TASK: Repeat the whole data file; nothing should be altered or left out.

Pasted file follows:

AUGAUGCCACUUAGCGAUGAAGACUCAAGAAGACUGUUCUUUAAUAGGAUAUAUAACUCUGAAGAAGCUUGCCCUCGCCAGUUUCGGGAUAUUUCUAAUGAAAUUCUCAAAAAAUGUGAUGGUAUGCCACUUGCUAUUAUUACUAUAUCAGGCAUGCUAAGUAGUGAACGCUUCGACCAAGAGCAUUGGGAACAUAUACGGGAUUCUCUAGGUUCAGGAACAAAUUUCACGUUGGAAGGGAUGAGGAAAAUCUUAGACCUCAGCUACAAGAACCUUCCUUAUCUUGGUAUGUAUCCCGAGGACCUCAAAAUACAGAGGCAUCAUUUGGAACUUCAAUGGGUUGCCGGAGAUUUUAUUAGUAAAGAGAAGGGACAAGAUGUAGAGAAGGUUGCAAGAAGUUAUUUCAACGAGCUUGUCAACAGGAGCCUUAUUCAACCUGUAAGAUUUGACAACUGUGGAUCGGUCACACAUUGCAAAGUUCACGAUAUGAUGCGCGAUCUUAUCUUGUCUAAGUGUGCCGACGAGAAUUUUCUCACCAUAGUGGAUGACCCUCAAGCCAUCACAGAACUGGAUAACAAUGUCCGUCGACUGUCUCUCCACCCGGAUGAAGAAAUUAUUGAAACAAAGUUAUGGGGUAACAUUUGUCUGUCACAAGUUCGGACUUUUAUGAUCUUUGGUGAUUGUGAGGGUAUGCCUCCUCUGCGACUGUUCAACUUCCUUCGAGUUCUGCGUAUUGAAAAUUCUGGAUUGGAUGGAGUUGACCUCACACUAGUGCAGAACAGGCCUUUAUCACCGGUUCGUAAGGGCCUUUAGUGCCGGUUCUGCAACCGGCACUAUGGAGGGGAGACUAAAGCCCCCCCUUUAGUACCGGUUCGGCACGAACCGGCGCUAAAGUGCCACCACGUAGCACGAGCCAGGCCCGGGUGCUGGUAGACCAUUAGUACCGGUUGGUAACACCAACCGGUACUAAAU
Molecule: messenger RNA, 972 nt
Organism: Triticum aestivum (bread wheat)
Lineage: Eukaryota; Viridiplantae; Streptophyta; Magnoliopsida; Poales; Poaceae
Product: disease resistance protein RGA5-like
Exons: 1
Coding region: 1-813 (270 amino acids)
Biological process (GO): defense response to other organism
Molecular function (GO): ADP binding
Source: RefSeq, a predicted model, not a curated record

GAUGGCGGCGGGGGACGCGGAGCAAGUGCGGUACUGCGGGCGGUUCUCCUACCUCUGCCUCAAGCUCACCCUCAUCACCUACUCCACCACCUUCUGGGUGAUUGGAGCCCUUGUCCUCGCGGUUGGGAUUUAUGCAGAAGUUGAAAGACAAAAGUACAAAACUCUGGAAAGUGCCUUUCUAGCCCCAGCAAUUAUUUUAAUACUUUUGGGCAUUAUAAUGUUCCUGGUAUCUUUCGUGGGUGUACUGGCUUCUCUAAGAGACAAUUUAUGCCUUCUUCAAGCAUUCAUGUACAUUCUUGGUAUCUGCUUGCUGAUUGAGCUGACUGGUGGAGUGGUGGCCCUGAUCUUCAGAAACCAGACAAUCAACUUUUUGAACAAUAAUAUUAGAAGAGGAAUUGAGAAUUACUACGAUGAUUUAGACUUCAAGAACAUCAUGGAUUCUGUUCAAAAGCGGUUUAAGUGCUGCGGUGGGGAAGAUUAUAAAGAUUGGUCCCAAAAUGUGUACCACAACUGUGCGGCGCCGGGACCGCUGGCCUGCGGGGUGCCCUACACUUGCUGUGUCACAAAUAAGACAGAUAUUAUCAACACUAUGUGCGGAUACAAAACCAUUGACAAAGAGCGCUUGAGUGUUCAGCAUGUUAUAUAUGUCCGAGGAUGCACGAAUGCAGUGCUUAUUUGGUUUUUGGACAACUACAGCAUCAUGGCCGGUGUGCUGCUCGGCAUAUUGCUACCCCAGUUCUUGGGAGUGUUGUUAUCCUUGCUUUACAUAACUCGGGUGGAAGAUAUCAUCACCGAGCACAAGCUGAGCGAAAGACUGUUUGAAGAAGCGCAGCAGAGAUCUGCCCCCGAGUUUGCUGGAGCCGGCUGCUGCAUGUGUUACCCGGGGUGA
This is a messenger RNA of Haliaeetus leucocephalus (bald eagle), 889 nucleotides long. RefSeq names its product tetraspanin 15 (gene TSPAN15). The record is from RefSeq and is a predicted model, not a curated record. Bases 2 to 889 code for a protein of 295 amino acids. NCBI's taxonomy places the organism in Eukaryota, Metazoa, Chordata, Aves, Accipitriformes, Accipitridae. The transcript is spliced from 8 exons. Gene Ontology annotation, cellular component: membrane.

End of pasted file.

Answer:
AUGAUGCCACUUAGCGAUGAAGACUCAAGAAGACUGUUCUUUAAUAGGAUAUAUAACUCUGAAGAAGCUUGCCCUCGCCAGUUUCGGGAUAUUUCUAAUGAAAUUCUCAAAAAAUGUGAUGGUAUGCCACUUGCUAUUAUUACUAUAUCAGGCAUGCUAAGUAGUGAACGCUUCGACCAAGAGCAUUGGGAACAUAUACGGGAUUCUCUAGGUUCAGGAACAAAUUUCACGUUGGAAGGGAUGAGGAAAAUCUUAGACCUCAGCUACAAGAACCUUCCUUAUCUUGGUAUGUAUCCCGAGGACCUCAAAAUACAGAGGCAUCAUUUGGAACUUCAAUGGGUUGCCGGAGAUUUUAUUAGUAAAGAGAAGGGACAAGAUGUAGAGAAGGUUGCAAGAAGUUAUUUCAACGAGCUUGUCAACAGGAGCCUUAUUCAACCUGUAAGAUUUGACAACUGUGGAUCGGUCACACAUUGCAAAGUUCACGAUAUGAUGCGCGAUCUUAUCUUGUCUAAGUGUGCCGACGAGAAUUUUCUCACCAUAGUGGAUGACCCUCAAGCCAUCACAGAACUGGAUAACAAUGUCCGUCGACUGUCUCUCCACCCGGAUGAAGAAAUUAUUGAAACAAAGUUAUGGGGUAACAUUUGUCUGUCACAAGUUCGGACUUUUAUGAUCUUUGGUGAUUGUGAGGGUAUGCCUCCUCUGCGACUGUUCAACUUCCUUCGAGUUCUGCGUAUUGAAAAUUCUGGAUUGGAUGGAGUUGACCUCACACUAGUGCAGAACAGGCCUUUAUCACCGGUUCGUAAGGGCCUUUAGUGCCGGUUCUGCAACCGGCACUAUGGAGGGGAGACUAAAGCCCCCCCUUUAGUACCGGUUCGGCACGAACCGGCGCUAAAGUGCCACCACGUAGCACGAGCCAGGCCCGGGUGCUGGUAGACCAUUAGUACCGGUUGGUAACACCAACCGGUACUAAAU
Molecule: messenger RNA, 972 nt
Organism: Triticum aestivum (bread wheat)
Lineage: Eukaryota; Viridiplantae; Streptophyta; Magnoliopsida; Poales; Poaceae
Product: disease resistance protein RGA5-like
Exons: 1
Coding region: 1-813 (270 amino acids)
Biological process (GO): defense response to other organism
Molecular function (GO): ADP binding
Source: RefSeq, a predicted model, not a curated record

GAUGGCGGCGGGGGACGCGGAGCAAGUGCGGUACUGCGGGCGGUUCUCCUACCUCUGCCUCAAGCUCACCCUCAUCACCUACUCCACCACCUUCUGGGUGAUUGGAGCCCUUGUCCUCGCGGUUGGGAUUUAUGCAGAAGUUGAAAGACAAAAGUACAAAACUCUGGAAAGUGCCUUUCUAGCCCCAGCAAUUAUUUUAAUACUUUUGGGCAUUAUAAUGUUCCUGGUAUCUUUCGUGGGUGUACUGGCUUCUCUAAGAGACAAUUUAUGCCUUCUUCAAGCAUUCAUGUACAUUCUUGGUAUCUGCUUGCUGAUUGAGCUGACUGGUGGAGUGGUGGCCCUGAUCUUCAGAAACCAGACAAUCAACUUUUUGAACAAUAAUAUUAGAAGAGGAAUUGAGAAUUACUACGAUGAUUUAGACUUCAAGAACAUCAUGGAUUCUGUUCAAAAGCGGUUUAAGUGCUGCGGUGGGGAAGAUUAUAAAGAUUGGUCCCAAAAUGUGUACCACAACUGUGCGGCGCCGGGACCGCUGGCCUGCGGGGUGCCCUACACUUGCUGUGUCACAAAUAAGACAGAUAUUAUCAACACUAUGUGCGGAUACAAAACCAUUGACAAAGAGCGCUUGAGUGUUCAGCAUGUUAUAUAUGUCCGAGGAUGCACGAAUGCAGUGCUUAUUUGGUUUUUGGACAACUACAGCAUCAUGGCCGGUGUGCUGCUCGGCAUAUUGCUACCCCAGUUCUUGGGAGUGUUGUUAUCCUUGCUUUACAUAACUCGGGUGGAAGAUAUCAUCACCGAGCACAAGCUGAGCGAAAGACUGUUUGAAGAAGCGCAGCAGAGAUCUGCCCCCGAGUUUGCUGGAGCCGGCUGCUGCAUGUGUUACCCGGGGUGA
This is a messenger RNA of Haliaeetus leucocephalus (bald eagle), 889 nucleotides long. RefSeq names its product tetraspanin 15 (gene TSPAN15). The record is from RefSeq and is a predicted model, not a curated record. Bases 2 to 889 code for a protein of 295 amino acids. NCBI's taxonomy places the organism in Eukaryota, Metazoa, Chordata, Aves, Accipitriformes, Accipitridae. The transcript is spliced from 8 exons. Gene Ontology annotation, cellular component: membrane.